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Big League Break

Reprinted From:
The Washington Post

Looking for a Big-League Break;
Area Baseball Players Demonstrate Skills for Pro Scouts
Preston Williams
Staff Writer

Adrenaline flooding his insides, Woodbridge right-hander Joe McLain could feel hundreds of eyeballs boring through him. There was no score and nobody on base, but the gravity of the situation was palpable. McLain felt as though his entire baseball future might hinge on these precious pending pitches.

This was no game. In fact, it was January, and McLain wasn't even facing a batter when he tried to unleash his all-time best offerings. This was last winter at the Baseball Factory All-American Weekend at Dodgertown, the Los Angeles Dodgers' spring training facility in Vero Beach, Fla., where scouts from all 30 major league teams flock annually to check out much of the top high school baseball talent in the country.

"That's what initially started getting me letters in the mail--being seen down there," said McLain, the 2000 All-Extra Player of the Year who has committed to Coastal Carolina. "That was a big part of the recruiting process for me."

McLain this year is one of six local players--three from Woodbridge-- chosen to take part in the all-star weekend Jan 12-14. McLain made The Baseball Factory's 2001 Preseason All-American second team. Teammate Alan Day, a pitcher/outfielder, and North Stafford outfielder Ricky Scanlon were picked to the third team.

Woodbridge pitcher Billy Freeman, Osbourn Park pitcher Jeff Dagenhart and Hylton outfielder Jason Brown, each an honorable mention, are the other local players eligible to take part in the showcase.

McLain's baseball career has not been the same since his Dodgertown appearance in January. With strong showings of their own, the other locals perhaps could coax similar results.

"For pitchers, they had kind of a bullpen where they had all the scouts there with radar guns, and each pitcher got to throw an individual bullpen, " McLain said. "I got to throw as hard as I could and show off my pitches to all the scouts."

McLain, who last spring went 6-1 with six complete games while batting .432 with 22 RBI, clocked in at 89 mph in Florida, about 6 mph faster than he had thrown a few months before at another showcase. During this robust audition, he caught a glimpse of the scouts holding up their radar guns, so impressed with the performance they were eagerly sharing the results. The pitcher thought he was about to burst.

"To see so many scouts there, the adrenaline is like nothing I've ever felt before," said McLain, ranked No. 75 on Baseball America's national prospect list. "[But this time] I don't think I'm going to worry too much about my performance. I'm not going to go out and slack off, but I'm going to try to have a little more fun and not be so uptight about how I'm doing."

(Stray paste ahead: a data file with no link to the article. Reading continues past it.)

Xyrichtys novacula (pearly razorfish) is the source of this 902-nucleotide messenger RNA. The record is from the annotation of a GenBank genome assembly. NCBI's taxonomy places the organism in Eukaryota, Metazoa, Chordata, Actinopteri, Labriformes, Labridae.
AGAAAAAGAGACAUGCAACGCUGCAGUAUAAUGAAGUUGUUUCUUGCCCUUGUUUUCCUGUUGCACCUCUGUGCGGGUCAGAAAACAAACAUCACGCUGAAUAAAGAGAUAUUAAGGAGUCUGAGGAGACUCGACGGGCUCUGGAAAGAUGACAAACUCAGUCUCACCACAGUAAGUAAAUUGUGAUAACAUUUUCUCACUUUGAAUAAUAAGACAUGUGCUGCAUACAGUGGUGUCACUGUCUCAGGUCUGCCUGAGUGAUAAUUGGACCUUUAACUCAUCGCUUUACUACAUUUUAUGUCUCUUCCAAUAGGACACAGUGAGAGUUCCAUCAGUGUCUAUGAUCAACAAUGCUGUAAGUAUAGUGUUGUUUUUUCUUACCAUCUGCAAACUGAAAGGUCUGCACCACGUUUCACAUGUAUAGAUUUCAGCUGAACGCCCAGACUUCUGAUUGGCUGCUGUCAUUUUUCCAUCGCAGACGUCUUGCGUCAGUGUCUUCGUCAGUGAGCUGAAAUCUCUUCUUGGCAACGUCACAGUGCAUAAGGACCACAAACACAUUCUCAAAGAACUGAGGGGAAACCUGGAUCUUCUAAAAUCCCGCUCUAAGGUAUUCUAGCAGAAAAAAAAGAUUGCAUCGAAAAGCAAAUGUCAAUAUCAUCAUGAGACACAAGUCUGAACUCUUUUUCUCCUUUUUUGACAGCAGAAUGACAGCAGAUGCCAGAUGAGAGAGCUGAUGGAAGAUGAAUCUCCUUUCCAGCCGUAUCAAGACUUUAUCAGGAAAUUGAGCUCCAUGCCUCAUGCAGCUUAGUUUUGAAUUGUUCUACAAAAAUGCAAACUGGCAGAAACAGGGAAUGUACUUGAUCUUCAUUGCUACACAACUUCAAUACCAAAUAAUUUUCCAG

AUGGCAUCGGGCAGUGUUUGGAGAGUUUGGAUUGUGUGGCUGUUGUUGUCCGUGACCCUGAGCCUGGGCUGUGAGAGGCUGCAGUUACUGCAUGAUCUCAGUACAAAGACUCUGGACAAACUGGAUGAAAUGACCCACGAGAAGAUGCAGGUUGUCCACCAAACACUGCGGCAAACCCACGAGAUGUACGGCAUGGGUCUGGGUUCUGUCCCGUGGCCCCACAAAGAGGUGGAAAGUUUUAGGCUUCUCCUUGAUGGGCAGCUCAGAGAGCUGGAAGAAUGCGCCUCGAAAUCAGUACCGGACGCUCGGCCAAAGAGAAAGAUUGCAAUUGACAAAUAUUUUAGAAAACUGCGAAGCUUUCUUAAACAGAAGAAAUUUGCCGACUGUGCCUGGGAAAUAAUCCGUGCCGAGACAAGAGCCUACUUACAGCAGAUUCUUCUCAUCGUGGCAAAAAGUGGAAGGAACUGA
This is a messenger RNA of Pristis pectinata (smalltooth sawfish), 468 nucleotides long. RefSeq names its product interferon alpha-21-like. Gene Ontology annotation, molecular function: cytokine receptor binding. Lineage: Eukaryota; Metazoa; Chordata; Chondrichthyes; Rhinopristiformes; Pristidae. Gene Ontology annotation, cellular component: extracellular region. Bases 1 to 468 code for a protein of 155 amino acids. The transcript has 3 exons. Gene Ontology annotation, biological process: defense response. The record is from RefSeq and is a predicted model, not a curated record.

The participants stay in the same quarters that house the Dodgers during spring training. After a series of minicamps, drills and guest speakers, the players divide into teams for the final day of the event.

With a scholarship secured, McLain will try to parlay another sharp Dodgertown showing into a lofty draft position come June. Woodbridge teammate Day, set to play at Villanova, is in a similar position.

"It's a rare opportunity," said Day, another All-Extra choice last season (.372 batting average, 7-2 with a 1.92 earned run average), revered by scouts for his outfield arm. "We want to have that option of going to college or going on to the [pro] level. It will be important to the spring because they'll come out to see us if they liked what they saw. It will make it even more fun to compete and maybe get drafted somewhere decent."

With Woodbridge's McLain, Day and Freeman all chosen for the event, it bodes well for the Vikings' chances this spring. Last year the team finished 16-6 but fell in the Northwestern Region quarterfinals to North Stafford. "It's not a feather in the cap of the program; it's more of a feather in the cap of those players for scouts to think they're worth coming down there," Woodbridge Coach Frank Chimento said. "It really says a lot about how hard they've worked to be able to go to something like that. It's lucky they go to our school, and the result of their hard work reflects well on our program and will bring exposure to us in the spring."

The other area third-teamer chosen, North Stafford's Scanlon, is a player McLain and Day might remember well. Scanlon drove in the winning run off McLain in a 2-1 victory in the region quarterfinals last season after helping his team grab a third consecutive Commonwealth District tournament title. Scanlon's hit was a single to left, a ball Day charged, barehanded and fired home but not in time to retire the runner.

Scanlon batted .271, with 16 runs, 10 RBI, 5 doubles, 10 walks and 18 steals.

Whether they are at Dodgertown to pitch, hit, field or some combination, one of the main challenges for any player there is to try not to press too hard, a feat in itself.

"When you have 100 radar guns behind you, you think you have to overpower it," Day said. "You can't really let that bother you, but how can you not with all the radar guns? [But] it's not like this one thing will predict everything for your future."

Washington Post

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